Search

We Fall Short A Lot (and one thing we can do about it)

Recently, I was listening to one of my favorite psychology podcasts - on it, they interview guests after having the guest go through a research-based intervention. In this episode, the guest admitted that they did not do the intervention they signed up to do, even though they had intended to do it. For a moment, you could feel the tension between the host and guest. After all, the point of the episode was to discuss the intervention and how it made them feel! Skillfully, they were able to get into a discussion of what got in the way of the guest doing the practice, but they also got into something I found much more interesting. How do we treat ourselves when we fail? How do we treat ourselves when we fall short of our expectations of ourselves or the expectations of others? And what can we do about it?


Personally, I find these questions to be a bit more intriguing than just identifying healthy things we can do and then figuring out how to build healthy habits. We all tend to know we can do more and be better, but the way we treat ourselves is what matters both to our health and to how successful we will be in accomplishing goals.


Kristen Neff, a researcher on self-compassion, has been one of many that have been able to show that self-compassion is the key to moving forward in the midst of falling short of our expectations. She states that we must make three main moves: 1) Self-Judgment to Self-Kindness, 2) Isolation to Common Humanity, and 3) Avoidance or Over-Identification to Mindfulness. If we do these moves, we will become better at practicing self-compassion. Self-compassion enables us to understand that we are all human, we all have painful experiences or emotions, we all mistakes, we all fail, etc...and there options for us to open up towards our suffering with warmth and care, allow our pain to exist, and then actively work to comfort and soothe ourselves.

As you can imagine, we could go into a lot of depth with these concepts (and that is what therapy is often all about), but for the purposes of this short blog, I will illustrate it with a very small example. In the past, I trained for and ran a marathon. It was something I enjoyed but also something that was very difficult. As I ran longer and longer distances, I found I was judging myself for not being stronger or running faster. At times, I even scolded myself in my head as a means of motivating myself. The scolding would work - for maybe half of a mile - then I would be worn out and even more negative towards myself. Instead, I had to make Neff’s first move from Self-Judgment to Self-Kindness. I listened to my body’s signals, I encouraged myself, and I was generally kind to myself. I worried I might get slower, but kindness also helped me more fully understand and work towards my goals. Self-kindness made me faster and helped me meet my goals.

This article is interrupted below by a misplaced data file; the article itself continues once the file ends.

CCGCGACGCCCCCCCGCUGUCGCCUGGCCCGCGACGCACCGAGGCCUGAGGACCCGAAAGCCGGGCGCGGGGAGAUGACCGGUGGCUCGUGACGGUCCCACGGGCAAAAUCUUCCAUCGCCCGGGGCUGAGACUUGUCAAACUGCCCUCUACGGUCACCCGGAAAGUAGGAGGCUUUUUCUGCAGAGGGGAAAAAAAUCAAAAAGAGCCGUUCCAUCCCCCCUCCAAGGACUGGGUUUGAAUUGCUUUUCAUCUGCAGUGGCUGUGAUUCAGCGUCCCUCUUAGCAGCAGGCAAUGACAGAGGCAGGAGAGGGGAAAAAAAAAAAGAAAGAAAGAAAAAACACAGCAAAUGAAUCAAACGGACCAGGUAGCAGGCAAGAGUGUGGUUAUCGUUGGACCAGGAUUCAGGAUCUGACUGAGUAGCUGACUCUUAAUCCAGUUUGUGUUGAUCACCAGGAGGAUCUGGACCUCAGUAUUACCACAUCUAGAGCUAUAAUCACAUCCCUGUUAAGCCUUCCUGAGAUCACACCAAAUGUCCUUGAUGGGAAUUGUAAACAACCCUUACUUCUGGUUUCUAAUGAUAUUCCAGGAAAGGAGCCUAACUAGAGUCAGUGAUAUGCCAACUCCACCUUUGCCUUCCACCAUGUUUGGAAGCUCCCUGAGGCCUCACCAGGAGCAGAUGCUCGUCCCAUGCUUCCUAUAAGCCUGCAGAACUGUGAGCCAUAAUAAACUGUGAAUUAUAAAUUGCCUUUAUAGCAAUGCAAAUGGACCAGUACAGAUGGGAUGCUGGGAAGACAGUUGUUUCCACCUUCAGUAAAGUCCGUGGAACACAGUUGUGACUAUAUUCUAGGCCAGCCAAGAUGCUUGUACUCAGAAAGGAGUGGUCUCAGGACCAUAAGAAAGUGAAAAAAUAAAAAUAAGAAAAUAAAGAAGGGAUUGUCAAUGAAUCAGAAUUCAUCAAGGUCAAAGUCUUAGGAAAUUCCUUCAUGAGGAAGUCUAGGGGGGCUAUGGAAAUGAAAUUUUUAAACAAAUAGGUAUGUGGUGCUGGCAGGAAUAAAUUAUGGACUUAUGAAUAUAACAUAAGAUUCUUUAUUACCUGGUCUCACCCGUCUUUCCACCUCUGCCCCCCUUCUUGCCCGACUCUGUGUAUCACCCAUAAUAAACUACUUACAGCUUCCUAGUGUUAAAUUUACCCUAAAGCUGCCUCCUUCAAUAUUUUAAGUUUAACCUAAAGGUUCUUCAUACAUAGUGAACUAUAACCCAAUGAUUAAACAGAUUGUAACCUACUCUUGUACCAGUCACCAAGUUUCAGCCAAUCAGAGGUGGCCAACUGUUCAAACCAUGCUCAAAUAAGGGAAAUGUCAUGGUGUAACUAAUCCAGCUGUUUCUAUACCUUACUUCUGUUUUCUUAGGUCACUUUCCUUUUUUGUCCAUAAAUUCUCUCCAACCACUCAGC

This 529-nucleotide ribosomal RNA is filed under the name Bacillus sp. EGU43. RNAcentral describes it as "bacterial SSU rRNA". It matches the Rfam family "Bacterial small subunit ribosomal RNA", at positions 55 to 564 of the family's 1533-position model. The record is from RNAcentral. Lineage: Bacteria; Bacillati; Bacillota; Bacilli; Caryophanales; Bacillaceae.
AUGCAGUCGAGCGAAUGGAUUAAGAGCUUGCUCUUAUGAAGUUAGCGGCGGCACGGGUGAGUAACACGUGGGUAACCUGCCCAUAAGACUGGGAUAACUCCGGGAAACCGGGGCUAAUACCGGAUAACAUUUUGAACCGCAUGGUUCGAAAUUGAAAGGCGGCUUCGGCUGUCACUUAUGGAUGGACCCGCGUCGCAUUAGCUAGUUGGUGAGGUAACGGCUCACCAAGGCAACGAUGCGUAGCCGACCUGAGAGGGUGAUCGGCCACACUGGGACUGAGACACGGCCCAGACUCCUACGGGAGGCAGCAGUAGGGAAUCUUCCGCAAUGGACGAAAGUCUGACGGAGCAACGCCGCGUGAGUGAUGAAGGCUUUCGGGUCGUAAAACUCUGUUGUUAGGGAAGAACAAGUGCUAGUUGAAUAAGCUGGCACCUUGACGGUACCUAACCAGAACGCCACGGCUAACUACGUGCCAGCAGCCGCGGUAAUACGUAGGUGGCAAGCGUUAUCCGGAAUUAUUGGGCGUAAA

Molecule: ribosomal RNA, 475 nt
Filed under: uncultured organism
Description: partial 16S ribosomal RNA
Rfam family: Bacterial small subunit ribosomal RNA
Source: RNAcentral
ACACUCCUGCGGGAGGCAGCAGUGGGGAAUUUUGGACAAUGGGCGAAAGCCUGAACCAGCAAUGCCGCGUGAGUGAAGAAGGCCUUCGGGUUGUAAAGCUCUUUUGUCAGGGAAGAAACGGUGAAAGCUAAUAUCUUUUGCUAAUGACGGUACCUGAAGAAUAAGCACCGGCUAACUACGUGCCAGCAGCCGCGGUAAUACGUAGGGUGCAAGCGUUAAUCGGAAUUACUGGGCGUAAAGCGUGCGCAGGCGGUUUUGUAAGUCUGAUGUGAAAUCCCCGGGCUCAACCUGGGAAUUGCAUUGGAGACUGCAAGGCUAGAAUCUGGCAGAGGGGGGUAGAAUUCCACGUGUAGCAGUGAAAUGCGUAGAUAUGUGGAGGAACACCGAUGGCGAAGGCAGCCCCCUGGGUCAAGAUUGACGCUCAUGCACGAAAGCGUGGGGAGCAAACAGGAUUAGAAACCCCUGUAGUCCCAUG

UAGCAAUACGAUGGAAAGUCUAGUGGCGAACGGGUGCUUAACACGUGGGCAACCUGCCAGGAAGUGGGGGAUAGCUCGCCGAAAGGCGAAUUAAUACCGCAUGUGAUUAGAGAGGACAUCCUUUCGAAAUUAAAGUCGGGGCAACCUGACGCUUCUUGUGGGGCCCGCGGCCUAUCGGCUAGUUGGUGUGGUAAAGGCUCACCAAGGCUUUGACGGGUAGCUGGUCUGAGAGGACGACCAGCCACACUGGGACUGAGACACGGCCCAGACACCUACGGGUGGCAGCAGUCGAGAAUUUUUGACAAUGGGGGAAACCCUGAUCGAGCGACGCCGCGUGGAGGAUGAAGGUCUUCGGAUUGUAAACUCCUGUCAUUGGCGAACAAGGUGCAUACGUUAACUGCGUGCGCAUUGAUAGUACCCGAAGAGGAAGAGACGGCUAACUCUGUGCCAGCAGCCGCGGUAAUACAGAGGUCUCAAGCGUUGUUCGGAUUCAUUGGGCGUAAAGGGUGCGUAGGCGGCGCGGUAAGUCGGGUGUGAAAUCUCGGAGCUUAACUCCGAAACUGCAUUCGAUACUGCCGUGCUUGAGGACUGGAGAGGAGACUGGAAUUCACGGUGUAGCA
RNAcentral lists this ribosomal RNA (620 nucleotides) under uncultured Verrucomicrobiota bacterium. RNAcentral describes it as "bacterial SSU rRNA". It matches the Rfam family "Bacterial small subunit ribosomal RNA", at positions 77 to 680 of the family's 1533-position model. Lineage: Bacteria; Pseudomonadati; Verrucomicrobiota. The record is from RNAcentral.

I also was able to move from isolation to common humanity on many of these runs. Typically, I was running alone. If I had a conflict at work or something had gone poorly, I would often start the run with a feeling of isolation. The amazing thing about isolation and common humanity is that it does not matter if you are physically with people or not - you can feel either way. As I would run, I would typically be able to process how similar my suffering was to others. Whether it was processing how my stressors of the day were shared with others or even just thinking about the commonality of all of us getting physically tired, it would help me realize I was connected.


Lastly, running is one of my favorite avenues for learning to move from over-identification or avoidance to mindfulness. As I was training, I had several injuries. I started to wonder if I was reading my body’s physical cues correctly, and I went to physical training to understand my body better and to care for it. As I learned physical habits, I also worked on being a more mindful runner. Mindfulness helped me to notice pain and negative feelings by turning towards them without avoidance, aversion, and without magnifying them. Mindfully running was key, as I had to learn how to effectively observe and notice what my body was telling me.


Self-compassion, then, can be our roadmap for navigating how to treat ourselves and our feelings in the midst of failures or setbacks. If you are unsure where to start - perhaps just ask yourself: what is one way I can be kind to myself today? Taking it a step further you might ask: what is an area of my life in which I am being especially hard on myself and what might it look like for me to be a bit more soothing and comforting towards myself?


-Dr. Andrew Cuthbert